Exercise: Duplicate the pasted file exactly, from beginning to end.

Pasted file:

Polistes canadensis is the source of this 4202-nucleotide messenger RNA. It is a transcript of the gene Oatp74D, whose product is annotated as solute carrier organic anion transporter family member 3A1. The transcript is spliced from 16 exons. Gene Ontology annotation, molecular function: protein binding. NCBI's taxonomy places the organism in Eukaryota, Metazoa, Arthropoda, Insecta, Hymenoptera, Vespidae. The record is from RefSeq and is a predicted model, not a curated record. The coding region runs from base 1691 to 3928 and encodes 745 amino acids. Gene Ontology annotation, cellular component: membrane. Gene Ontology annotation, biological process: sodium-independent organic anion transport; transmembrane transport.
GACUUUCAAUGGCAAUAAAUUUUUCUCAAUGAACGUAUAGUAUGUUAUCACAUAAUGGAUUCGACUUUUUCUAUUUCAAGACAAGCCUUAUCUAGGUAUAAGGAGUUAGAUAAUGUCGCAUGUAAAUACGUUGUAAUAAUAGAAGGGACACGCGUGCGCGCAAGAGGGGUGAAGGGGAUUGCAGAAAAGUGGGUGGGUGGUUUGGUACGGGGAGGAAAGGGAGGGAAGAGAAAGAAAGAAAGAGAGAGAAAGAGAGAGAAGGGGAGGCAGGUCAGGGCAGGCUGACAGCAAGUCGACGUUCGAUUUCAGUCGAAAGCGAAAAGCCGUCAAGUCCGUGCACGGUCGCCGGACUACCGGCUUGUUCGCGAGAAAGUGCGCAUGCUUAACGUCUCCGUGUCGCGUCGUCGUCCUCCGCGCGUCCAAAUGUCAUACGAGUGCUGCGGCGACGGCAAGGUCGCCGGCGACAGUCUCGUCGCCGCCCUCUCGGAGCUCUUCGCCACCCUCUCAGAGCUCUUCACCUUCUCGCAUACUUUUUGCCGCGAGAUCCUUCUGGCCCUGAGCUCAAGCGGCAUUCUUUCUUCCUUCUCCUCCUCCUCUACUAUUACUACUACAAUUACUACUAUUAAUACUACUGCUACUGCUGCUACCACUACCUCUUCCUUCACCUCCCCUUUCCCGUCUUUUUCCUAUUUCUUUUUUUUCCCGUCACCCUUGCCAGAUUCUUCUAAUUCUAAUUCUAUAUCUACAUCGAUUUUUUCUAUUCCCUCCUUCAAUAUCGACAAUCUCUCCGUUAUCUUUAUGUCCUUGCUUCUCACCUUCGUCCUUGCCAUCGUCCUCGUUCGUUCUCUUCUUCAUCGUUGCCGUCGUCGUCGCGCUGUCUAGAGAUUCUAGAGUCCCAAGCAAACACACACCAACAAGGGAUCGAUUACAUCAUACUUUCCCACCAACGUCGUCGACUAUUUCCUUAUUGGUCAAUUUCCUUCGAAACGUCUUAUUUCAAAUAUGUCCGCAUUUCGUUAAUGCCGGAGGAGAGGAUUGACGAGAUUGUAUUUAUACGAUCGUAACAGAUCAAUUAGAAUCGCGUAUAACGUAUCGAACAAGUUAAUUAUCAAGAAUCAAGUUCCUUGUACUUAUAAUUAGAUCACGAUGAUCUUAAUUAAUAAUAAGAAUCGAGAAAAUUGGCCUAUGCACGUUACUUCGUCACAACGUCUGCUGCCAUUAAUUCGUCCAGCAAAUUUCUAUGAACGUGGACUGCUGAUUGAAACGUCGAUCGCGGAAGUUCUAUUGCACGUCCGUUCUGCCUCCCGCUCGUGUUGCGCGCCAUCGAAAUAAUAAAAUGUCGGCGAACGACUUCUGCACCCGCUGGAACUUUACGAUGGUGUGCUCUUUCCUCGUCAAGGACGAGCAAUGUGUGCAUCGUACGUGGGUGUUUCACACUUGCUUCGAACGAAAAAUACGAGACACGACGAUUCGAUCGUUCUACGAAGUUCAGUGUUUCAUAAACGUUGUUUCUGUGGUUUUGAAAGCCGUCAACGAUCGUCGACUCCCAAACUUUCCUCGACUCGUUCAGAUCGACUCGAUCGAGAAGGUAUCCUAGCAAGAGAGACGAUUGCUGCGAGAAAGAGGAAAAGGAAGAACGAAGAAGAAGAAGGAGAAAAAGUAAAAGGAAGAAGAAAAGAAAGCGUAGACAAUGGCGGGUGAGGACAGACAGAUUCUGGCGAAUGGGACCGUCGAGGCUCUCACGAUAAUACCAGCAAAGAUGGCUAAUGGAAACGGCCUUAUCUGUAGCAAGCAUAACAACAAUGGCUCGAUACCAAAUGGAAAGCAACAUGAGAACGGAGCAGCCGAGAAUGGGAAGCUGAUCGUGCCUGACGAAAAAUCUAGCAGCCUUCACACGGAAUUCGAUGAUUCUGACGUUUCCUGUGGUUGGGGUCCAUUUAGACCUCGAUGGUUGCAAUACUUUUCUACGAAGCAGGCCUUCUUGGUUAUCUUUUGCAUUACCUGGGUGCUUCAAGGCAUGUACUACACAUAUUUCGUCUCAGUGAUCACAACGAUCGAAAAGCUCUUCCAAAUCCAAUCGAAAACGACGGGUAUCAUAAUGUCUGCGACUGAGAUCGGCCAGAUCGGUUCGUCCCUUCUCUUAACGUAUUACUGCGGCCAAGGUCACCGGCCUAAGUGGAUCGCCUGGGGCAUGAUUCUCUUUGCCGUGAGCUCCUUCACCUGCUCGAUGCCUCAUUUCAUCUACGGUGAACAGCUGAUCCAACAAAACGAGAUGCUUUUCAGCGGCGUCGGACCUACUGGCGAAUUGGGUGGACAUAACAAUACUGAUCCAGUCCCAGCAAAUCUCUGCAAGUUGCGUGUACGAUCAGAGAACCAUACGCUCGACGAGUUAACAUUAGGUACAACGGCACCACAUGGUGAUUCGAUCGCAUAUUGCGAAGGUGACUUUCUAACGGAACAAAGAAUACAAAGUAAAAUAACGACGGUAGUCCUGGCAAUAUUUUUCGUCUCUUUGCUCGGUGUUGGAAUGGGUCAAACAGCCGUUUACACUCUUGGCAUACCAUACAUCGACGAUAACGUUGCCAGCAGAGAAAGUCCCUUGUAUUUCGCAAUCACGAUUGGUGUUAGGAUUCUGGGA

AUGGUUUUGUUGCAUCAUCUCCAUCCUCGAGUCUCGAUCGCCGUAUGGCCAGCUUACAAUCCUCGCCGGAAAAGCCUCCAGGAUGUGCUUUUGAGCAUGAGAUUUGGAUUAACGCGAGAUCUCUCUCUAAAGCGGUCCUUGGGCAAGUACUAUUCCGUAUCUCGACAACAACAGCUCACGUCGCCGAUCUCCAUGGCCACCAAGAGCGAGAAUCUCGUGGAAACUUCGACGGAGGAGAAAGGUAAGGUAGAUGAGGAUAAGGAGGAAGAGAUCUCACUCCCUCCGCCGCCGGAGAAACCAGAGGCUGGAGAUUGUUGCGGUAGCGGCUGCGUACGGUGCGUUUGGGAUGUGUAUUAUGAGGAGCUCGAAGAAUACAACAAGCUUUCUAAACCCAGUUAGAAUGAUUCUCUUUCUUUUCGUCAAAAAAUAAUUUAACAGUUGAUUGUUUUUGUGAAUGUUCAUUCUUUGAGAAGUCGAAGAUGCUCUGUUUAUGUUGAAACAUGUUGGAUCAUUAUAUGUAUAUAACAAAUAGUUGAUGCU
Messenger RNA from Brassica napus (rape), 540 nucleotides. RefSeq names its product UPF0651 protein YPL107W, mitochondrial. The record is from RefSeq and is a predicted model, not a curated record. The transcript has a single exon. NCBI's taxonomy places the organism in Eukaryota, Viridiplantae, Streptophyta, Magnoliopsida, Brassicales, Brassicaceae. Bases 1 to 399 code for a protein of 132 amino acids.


Polistes canadensis is the source of this 4202-nucleotide messenger RNA. It is a transcript of the gene Oatp74D, whose product is annotated as solute carrier organic anion transporter family member 3A1. The transcript is spliced from 16 exons. Gene Ontology annotation, molecular function: protein binding. NCBI's taxonomy places the organism in Eukaryota, Metazoa, Arthropoda, Insecta, Hymenoptera, Vespidae. The record is from RefSeq and is a predicted model, not a curated record. The coding region runs from base 1691 to 3928 and encodes 745 amino acids. Gene Ontology annotation, cellular component: membrane. Gene Ontology annotation, biological process: sodium-independent organic anion transport; transmembrane transport.
GACUUUCAAUGGCAAUAAAUUUUUCUCAAUGAACGUAUAGUAUGUUAUCACAUAAUGGAUUCGACUUUUUCUAUUUCAAGACAAGCCUUAUCUAGGUAUAAGGAGUUAGAUAAUGUCGCAUGUAAAUACGUUGUAAUAAUAGAAGGGACACGCGUGCGCGCAAGAGGGGUGAAGGGGAUUGCAGAAAAGUGGGUGGGUGGUUUGGUACGGGGAGGAAAGGGAGGGAAGAGAAAGAAAGAAAGAGAGAGAAAGAGAGAGAAGGGGAGGCAGGUCAGGGCAGGCUGACAGCAAGUCGACGUUCGAUUUCAGUCGAAAGCGAAAAGCCGUCAAGUCCGUGCACGGUCGCCGGACUACCGGCUUGUUCGCGAGAAAGUGCGCAUGCUUAACGUCUCCGUGUCGCGUCGUCGUCCUCCGCGCGUCCAAAUGUCAUACGAGUGCUGCGGCGACGGCAAGGUCGCCGGCGACAGUCUCGUCGCCGCCCUCUCGGAGCUCUUCGCCACCCUCUCAGAGCUCUUCACCUUCUCGCAUACUUUUUGCCGCGAGAUCCUUCUGGCCCUGAGCUCAAGCGGCAUUCUUUCUUCCUUCUCCUCCUCCUCUACUAUUACUACUACAAUUACUACUAUUAAUACUACUGCUACUGCUGCUACCACUACCUCUUCCUUCACCUCCCCUUUCCCGUCUUUUUCCUAUUUCUUUUUUUUCCCGUCACCCUUGCCAGAUUCUUCUAAUUCUAAUUCUAUAUCUACAUCGAUUUUUUCUAUUCCCUCCUUCAAUAUCGACAAUCUCUCCGUUAUCUUUAUGUCCUUGCUUCUCACCUUCGUCCUUGCCAUCGUCCUCGUUCGUUCUCUUCUUCAUCGUUGCCGUCGUCGUCGCGCUGUCUAGAGAUUCUAGAGUCCCAAGCAAACACACACCAACAAGGGAUCGAUUACAUCAUACUUUCCCACCAACGUCGUCGACUAUUUCCUUAUUGGUCAAUUUCCUUCGAAACGUCUUAUUUCAAAUAUGUCCGCAUUUCGUUAAUGCCGGAGGAGAGGAUUGACGAGAUUGUAUUUAUACGAUCGUAACAGAUCAAUUAGAAUCGCGUAUAACGUAUCGAACAAGUUAAUUAUCAAGAAUCAAGUUCCUUGUACUUAUAAUUAGAUCACGAUGAUCUUAAUUAAUAAUAAGAAUCGAGAAAAUUGGCCUAUGCACGUUACUUCGUCACAACGUCUGCUGCCAUUAAUUCGUCCAGCAAAUUUCUAUGAACGUGGACUGCUGAUUGAAACGUCGAUCGCGGAAGUUCUAUUGCACGUCCGUUCUGCCUCCCGCUCGUGUUGCGCGCCAUCGAAAUAAUAAAAUGUCGGCGAACGACUUCUGCACCCGCUGGAACUUUACGAUGGUGUGCUCUUUCCUCGUCAAGGACGAGCAAUGUGUGCAUCGUACGUGGGUGUUUCACACUUGCUUCGAACGAAAAAUACGAGACACGACGAUUCGAUCGUUCUACGAAGUUCAGUGUUUCAUAAACGUUGUUUCUGUGGUUUUGAAAGCCGUCAACGAUCGUCGACUCCCAAACUUUCCUCGACUCGUUCAGAUCGACUCGAUCGAGAAGGUAUCCUAGCAAGAGAGACGAUUGCUGCGAGAAAGAGGAAAAGGAAGAACGAAGAAGAAGAAGGAGAAAAAGUAAAAGGAAGAAGAAAAGAAAGCGUAGACAAUGGCGGGUGAGGACAGACAGAUUCUGGCGAAUGGGACCGUCGAGGCUCUCACGAUAAUACCAGCAAAGAUGGCUAAUGGAAACGGCCUUAUCUGUAGCAAGCAUAACAACAAUGGCUCGAUACCAAAUGGAAAGCAACAUGAGAACGGAGCAGCCGAGAAUGGGAAGCUGAUCGUGCCUGACGAAAAAUCUAGCAGCCUUCACACGGAAUUCGAUGAUUCUGACGUUUCCUGUGGUUGGGGUCCAUUUAGACCUCGAUGGUUGCAAUACUUUUCUACGAAGCAGGCCUUCUUGGUUAUCUUUUGCAUUACCUGGGUGCUUCAAGGCAUGUACUACACAUAUUUCGUCUCAGUGAUCACAACGAUCGAAAAGCUCUUCCAAAUCCAAUCGAAAACGACGGGUAUCAUAAUGUCUGCGACUGAGAUCGGCCAGAUCGGUUCGUCCCUUCUCUUAACGUAUUACUGCGGCCAAGGUCACCGGCCUAAGUGGAUCGCCUGGGGCAUGAUUCUCUUUGCCGUGAGCUCCUUCACCUGCUCGAUGCCUCAUUUCAUCUACGGUGAACAGCUGAUCCAACAAAACGAGAUGCUUUUCAGCGGCGUCGGACCUACUGGCGAAUUGGGUGGACAUAACAAUACUGAUCCAGUCCCAGCAAAUCUCUGCAAGUUGCGUGUACGAUCAGAGAACCAUACGCUCGACGAGUUAACAUUAGGUACAACGGCACCACAUGGUGAUUCGAUCGCAUAUUGCGAAGGUGACUUUCUAACGGAACAAAGAAUACAAAGUAAAAUAACGACGGUAGUCCUGGCAAUAUUUUUCGUCUCUUUGCUCGGUGUUGGAAUGGGUCAAACAGCCGUUUACACUCUUGGCAUACCAUACAUCGACGAUAACGUUGCCAGCAGAGAAAGUCCCUUGUAUUUCGCAAUCACGAUUGGUGUUAGGAUUCUGGGA

AUGGUUUUGUUGCAUCAUCUCCAUCCUCGAGUCUCGAUCGCCGUAUGGCCAGCUUACAAUCCUCGCCGGAAAAGCCUCCAGGAUGUGCUUUUGAGCAUGAGAUUUGGAUUAACGCGAGAUCUCUCUCUAAAGCGGUCCUUGGGCAAGUACUAUUCCGUAUCUCGACAACAACAGCUCACGUCGCCGAUCUCCAUGGCCACCAAGAGCGAGAAUCUCGUGGAAACUUCGACGGAGGAGAAAGGUAAGGUAGAUGAGGAUAAGGAGGAAGAGAUCUCACUCCCUCCGCCGCCGGAGAAACCAGAGGCUGGAGAUUGUUGCGGUAGCGGCUGCGUACGGUGCGUUUGGGAUGUGUAUUAUGAGGAGCUCGAAGAAUACAACAAGCUUUCUAAACCCAGUUAGAAUGAUUCUCUUUCUUUUCGUCAAAAAAUAAUUUAACAGUUGAUUGUUUUUGUGAAUGUUCAUUCUUUGAGAAGUCGAAGAUGCUCUGUUUAUGUUGAAACAUGUUGGAUCAUUAUAUGUAUAUAACAAAUAGUUGAUGCU
Messenger RNA from Brassica napus (rape), 540 nucleotides. RefSeq names its product UPF0651 protein YPL107W, mitochondrial. The record is from RefSeq and is a predicted model, not a curated record. The transcript has a single exon. NCBI's taxonomy places the organism in Eukaryota, Viridiplantae, Streptophyta, Magnoliopsida, Brassicales, Brassicaceae. Bases 1 to 399 code for a protein of 132 amino acids.